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Project: Bolton College STEM Centre

Address: Wellington Road, Bolton

Product: NedZink NOVA 485m2 standing seam zinc cladding

Architect: IBI Group

Main Contractor: Heron Brothers Ltd

Cladding Subcontractor: Longworth Building Services

Completion: October 2014

Bolton College has opened the doors of a brand new state-of-the-art STEM Centre to provide support for learning in Science, Technology, Engineering and Maths. The new 1800m2 centre completes the Deane Road campus and aims to increase aspiration and motivation amongst the town’s young people by offering different options following secondary school.

A key component of Bolton’s Skills Strategy, the STEM Centre has real life working environments and increased laboratory space to help learners follow a range of career pathways including environmental science, sustainable technologies, engineering and manufacturing. New automotive workshops will train highly skilled technicians and provide progression to local university provision.

About the Cladding

Bolton College Case Study Inset ImageThe STEM Centre features a futuristic angled façade to Deane Road, which forms a distinctive corner to the campus. This feature is articulated through the use of angled standing seam zinc cladding completed in Nedzink NOVA. Cladding and window placement work together to emphasise the building form, and whilst the glazing breaks up the elevation, the seams also change direction in the soffits, combining together to an appealing whole.

Installation

Layout 1Specialist subcontractor Longworth Building Services was employed to carry out the zinc cladding and associated substrate works. The Nedzink NOVA standing seam cladding was applied to a plywood surface, brackets and rails and insulation, fixed into an SFS frame prepared by the main contractor.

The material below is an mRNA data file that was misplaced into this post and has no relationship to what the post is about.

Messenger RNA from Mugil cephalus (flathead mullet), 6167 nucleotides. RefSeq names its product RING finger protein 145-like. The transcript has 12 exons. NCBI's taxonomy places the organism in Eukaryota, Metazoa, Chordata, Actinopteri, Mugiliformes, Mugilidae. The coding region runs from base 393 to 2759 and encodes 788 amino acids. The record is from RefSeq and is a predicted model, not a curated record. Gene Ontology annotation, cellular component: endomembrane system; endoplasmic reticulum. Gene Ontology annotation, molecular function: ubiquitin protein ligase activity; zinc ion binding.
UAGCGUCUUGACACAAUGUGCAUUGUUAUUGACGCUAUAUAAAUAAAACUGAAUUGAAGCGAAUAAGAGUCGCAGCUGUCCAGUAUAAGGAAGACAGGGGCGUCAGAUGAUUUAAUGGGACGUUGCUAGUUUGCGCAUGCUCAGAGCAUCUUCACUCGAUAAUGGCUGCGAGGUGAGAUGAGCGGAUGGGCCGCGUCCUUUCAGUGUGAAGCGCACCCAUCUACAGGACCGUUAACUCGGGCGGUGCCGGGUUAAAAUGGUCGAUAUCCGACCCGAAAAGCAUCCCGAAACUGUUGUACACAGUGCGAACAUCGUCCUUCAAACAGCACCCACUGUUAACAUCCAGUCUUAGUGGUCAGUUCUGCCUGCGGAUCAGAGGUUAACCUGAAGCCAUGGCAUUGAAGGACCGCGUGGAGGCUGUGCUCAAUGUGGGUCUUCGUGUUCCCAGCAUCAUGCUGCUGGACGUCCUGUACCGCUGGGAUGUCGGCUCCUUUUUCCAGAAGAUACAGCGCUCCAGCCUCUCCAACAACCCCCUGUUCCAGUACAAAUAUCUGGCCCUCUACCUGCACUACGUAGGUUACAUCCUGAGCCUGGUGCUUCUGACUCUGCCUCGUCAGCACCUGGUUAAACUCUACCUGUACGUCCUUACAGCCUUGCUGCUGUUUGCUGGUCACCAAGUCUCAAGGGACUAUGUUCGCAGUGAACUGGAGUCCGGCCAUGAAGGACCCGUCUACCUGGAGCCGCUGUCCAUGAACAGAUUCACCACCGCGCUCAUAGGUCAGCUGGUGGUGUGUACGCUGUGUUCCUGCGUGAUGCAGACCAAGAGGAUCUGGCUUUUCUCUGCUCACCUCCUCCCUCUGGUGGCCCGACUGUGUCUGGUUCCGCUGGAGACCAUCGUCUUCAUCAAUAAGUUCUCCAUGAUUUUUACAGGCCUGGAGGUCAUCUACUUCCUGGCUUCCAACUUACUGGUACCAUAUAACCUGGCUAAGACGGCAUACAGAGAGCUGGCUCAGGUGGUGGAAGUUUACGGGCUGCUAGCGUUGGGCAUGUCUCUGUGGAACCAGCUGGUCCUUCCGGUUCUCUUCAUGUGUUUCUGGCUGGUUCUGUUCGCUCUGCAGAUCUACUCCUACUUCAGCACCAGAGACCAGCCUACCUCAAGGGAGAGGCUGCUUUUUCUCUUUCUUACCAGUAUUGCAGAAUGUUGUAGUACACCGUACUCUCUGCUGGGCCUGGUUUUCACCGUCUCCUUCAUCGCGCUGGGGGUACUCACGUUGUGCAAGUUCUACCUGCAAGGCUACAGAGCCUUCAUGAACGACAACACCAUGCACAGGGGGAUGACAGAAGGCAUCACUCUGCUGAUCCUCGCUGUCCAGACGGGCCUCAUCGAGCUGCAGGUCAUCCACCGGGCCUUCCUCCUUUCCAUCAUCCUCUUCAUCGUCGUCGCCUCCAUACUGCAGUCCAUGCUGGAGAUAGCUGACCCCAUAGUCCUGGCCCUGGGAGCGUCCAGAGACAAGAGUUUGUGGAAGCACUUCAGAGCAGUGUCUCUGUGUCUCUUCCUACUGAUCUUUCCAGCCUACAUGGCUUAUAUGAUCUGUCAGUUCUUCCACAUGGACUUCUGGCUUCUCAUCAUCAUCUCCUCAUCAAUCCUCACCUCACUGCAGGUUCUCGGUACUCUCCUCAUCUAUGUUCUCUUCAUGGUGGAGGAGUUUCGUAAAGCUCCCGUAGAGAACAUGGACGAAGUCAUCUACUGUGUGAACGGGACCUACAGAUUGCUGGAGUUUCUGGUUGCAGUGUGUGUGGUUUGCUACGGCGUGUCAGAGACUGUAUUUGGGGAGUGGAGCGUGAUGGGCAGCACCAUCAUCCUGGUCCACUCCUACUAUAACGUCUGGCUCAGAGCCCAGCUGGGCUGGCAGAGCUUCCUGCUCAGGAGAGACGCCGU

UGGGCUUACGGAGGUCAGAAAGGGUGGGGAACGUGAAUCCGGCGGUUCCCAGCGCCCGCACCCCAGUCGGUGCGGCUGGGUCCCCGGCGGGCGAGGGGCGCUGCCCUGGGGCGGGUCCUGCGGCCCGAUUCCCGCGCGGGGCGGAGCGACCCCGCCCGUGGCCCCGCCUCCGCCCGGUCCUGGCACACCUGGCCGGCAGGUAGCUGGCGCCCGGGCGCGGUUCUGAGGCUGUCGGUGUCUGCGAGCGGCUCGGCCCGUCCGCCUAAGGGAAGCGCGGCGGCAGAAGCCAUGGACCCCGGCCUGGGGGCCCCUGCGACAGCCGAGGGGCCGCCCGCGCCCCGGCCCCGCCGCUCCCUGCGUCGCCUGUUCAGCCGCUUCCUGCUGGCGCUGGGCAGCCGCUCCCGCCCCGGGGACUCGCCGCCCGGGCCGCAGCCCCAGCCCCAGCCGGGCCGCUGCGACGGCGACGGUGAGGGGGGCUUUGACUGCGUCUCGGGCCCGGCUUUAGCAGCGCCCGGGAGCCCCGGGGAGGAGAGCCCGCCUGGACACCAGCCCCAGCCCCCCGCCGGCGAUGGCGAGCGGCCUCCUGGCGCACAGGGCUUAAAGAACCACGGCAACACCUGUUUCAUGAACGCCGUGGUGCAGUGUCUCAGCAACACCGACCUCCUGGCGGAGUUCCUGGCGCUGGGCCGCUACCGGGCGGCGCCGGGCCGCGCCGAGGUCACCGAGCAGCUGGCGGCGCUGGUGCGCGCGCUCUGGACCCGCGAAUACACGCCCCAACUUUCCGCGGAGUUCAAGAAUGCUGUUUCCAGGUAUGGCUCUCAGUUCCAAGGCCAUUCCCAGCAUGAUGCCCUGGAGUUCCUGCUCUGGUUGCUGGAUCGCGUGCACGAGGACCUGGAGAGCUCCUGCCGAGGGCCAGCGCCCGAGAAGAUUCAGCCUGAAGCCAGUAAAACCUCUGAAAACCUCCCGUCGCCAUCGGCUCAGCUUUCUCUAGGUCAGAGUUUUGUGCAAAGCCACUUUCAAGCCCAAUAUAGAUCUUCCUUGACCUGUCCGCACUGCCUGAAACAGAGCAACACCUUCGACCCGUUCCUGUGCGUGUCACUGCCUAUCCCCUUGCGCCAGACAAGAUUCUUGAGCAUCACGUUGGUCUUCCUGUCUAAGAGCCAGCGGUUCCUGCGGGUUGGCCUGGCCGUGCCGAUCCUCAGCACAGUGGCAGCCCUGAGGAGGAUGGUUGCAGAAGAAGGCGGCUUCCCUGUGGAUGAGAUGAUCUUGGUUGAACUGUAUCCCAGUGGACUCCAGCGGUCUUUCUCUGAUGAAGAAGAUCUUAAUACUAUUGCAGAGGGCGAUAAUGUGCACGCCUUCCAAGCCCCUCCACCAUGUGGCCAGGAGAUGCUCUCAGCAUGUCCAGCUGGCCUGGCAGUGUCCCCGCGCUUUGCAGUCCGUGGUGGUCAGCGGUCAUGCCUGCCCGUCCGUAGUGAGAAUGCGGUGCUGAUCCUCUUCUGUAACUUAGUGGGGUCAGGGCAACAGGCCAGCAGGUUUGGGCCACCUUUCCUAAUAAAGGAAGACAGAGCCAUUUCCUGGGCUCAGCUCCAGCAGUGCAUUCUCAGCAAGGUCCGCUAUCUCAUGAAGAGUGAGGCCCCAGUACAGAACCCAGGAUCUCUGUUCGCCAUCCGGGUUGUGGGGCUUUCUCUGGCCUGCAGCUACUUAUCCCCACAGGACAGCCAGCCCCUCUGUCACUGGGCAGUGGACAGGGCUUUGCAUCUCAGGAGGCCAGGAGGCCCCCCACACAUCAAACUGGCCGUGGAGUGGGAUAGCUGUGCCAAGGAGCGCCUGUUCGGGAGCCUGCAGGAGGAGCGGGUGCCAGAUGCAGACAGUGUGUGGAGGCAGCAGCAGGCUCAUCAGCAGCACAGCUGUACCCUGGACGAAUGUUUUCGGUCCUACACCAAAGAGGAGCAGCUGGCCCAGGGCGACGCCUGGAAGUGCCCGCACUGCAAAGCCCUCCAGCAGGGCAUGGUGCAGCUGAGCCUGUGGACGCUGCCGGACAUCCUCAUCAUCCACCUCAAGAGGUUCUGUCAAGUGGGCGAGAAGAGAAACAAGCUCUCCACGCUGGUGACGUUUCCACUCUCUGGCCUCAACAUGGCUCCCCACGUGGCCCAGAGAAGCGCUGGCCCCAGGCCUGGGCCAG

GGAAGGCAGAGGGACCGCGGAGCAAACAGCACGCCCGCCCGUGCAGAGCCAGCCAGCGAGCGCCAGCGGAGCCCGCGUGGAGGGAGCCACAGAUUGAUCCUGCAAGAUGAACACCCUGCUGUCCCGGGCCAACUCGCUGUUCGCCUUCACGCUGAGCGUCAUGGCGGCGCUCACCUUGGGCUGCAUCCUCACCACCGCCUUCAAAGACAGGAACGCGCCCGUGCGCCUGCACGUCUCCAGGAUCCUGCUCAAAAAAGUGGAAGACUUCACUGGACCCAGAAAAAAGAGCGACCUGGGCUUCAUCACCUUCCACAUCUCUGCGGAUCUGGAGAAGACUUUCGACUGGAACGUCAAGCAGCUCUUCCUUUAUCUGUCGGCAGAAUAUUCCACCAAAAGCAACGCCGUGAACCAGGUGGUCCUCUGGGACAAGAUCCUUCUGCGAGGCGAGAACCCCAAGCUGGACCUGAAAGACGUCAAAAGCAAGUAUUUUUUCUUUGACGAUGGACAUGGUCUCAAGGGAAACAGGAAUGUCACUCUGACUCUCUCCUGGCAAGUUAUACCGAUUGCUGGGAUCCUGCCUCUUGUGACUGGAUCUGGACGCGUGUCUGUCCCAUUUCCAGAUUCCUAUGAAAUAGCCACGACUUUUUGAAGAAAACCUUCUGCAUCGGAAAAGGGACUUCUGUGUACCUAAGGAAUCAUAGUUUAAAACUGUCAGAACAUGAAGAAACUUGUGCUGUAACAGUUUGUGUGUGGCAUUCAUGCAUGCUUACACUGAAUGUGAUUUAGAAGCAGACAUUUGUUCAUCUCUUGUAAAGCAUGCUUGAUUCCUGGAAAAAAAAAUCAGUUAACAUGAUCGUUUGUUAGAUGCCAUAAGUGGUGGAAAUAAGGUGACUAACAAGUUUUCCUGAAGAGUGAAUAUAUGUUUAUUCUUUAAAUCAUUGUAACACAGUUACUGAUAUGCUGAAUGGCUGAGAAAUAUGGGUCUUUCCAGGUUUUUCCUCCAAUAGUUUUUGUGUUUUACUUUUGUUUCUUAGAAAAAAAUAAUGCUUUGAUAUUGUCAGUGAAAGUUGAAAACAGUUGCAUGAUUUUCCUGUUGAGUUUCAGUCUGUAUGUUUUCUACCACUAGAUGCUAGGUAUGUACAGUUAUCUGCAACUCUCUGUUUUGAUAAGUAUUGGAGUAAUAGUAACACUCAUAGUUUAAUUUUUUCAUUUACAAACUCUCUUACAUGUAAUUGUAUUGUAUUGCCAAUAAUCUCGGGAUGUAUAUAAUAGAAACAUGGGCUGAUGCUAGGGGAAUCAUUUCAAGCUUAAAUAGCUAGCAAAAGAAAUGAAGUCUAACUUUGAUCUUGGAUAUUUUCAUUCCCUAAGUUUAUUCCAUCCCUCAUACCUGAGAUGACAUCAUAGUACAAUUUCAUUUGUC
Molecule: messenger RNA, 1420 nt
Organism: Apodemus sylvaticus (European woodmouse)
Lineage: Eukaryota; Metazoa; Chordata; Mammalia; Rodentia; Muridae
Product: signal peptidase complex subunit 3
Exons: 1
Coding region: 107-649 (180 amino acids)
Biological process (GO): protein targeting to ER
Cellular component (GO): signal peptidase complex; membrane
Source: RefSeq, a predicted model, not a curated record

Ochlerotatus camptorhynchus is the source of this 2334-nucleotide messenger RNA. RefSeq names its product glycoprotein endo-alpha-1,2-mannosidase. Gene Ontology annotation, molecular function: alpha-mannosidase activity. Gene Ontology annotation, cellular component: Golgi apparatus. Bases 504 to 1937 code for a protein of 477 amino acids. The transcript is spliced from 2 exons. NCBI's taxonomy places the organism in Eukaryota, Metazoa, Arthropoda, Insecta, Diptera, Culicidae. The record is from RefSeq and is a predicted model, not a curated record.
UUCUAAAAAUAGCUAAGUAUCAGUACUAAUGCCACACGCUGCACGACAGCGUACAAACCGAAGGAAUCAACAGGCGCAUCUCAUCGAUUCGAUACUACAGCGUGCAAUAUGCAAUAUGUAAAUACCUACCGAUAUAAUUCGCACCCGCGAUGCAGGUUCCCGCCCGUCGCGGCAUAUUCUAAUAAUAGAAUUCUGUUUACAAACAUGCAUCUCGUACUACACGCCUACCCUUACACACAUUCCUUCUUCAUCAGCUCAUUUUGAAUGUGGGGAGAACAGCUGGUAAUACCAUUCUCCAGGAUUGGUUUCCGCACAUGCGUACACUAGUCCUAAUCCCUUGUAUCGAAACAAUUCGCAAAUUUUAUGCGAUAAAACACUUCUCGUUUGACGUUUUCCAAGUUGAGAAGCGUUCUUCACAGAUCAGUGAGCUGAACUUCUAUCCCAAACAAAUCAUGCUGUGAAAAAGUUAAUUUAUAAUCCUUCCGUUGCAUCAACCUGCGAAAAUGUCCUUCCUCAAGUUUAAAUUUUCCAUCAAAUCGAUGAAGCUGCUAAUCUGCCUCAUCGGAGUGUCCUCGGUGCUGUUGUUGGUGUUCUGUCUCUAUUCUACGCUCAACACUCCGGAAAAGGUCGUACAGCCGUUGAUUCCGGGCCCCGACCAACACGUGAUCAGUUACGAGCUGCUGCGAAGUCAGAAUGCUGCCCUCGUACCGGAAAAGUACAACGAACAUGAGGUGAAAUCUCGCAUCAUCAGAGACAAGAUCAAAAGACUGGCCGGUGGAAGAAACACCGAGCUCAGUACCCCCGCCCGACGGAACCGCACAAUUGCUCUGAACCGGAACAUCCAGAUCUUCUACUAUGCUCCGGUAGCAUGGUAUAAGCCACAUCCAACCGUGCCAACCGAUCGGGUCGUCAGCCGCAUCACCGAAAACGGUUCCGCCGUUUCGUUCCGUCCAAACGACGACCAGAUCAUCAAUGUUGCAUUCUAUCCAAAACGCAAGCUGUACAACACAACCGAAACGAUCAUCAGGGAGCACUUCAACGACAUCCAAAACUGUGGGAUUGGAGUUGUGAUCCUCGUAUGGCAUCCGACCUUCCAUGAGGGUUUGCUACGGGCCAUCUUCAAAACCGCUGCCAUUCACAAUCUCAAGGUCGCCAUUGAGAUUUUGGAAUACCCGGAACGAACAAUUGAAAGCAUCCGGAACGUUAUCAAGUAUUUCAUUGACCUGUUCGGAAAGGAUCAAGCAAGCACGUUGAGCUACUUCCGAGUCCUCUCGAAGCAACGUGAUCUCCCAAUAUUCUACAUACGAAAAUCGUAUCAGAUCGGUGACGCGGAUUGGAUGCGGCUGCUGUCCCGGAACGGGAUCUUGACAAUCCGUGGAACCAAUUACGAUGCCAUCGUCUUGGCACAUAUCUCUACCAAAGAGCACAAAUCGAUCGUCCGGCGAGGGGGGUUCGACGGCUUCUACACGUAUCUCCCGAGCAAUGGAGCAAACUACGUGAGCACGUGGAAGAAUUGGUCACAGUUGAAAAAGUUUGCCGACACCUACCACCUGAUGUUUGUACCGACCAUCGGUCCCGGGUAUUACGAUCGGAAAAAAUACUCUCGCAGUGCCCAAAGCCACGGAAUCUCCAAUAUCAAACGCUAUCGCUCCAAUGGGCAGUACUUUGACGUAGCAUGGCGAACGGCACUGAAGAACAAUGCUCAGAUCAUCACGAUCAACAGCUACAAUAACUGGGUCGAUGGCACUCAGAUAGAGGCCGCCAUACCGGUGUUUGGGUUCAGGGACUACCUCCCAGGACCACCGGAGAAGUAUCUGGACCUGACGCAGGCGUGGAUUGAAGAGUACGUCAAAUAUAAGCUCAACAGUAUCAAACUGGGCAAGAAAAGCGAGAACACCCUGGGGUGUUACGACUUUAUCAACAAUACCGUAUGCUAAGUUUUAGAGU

The main challenge that Longworth faced was the requirement for angled, rather than vertical seams. Their most skilled craftsmen were used on this project to ensure that the panels were kept at the same angle, and there was no creep with the joints.

The architect also wished to reduce the ‘oil canning’ or quilting effect on the panels. Some wobble is always present in zinc standing seam cladding, due to the way it is prepared, but this can be reduced if required by reducing the seam centres. Commonly zinc cladding seam centres will be 500-600mm but in the case of Bolton College these have been reduced to 425mm.

During the installation process, the zinc coils were sent direct to site from the supplier. This reduced delivery distances and transport costs and all deliveries were on time. Coils were stored in secure dry conditions until they were required for fabrication.

All the panels and flashings were manufactured on site to cutting schedules calculated by Longworth’s designers. Due to the zinc being 100% recyclable, Longworth were able to bring limited off cuts and remaining coils back to their workshop for re-use on other projects, resulting in 0% waste of the zinc. This service is also available direct from SIG Zinc and Copper who can provide bespoke sizes to site where more appropriate to the contract, again minimising waste and saving money.

Longworth carried out the site installation using in house labour, pairing up two experienced craftsmen with final year apprentices. Towards the end of the project, the apprentices were given their own area of the work to complete which gave them valuable experience under the guidance of the foreman.

Advice for Architects

Bolton College Thumbnail 3Longworth Contracts Manager Lee Smith has worked with NedZink on many projects and has 16 years’ experience working with zinc. ‘NedZink is very easy to work with, a little softer and not as brittle as other products. This makes folding the material for swept ends and dressings easier.’ For architects wanting to use zinc for cladding, Lee advises, “Always consider properly building and ventilating the substrate for the cladding,” he says. The FTMRC provide standard details, but you must make sure the manufacturers requirements are complied with as well. Get your supplier to provide details and fully understand how the system works to make sure you are covered. Correct installation is essential.”

More information

SIG Design & Technology has put together an 8-step guide to identify the challenges and ensure that a roof’s design meets a building’s requirements. Called “#Perfect Roof”, the eight steps follow the process from product selection and design expertise through to full guarantees and planned maintenance. This know-how is just part of the service that is provided free to customers.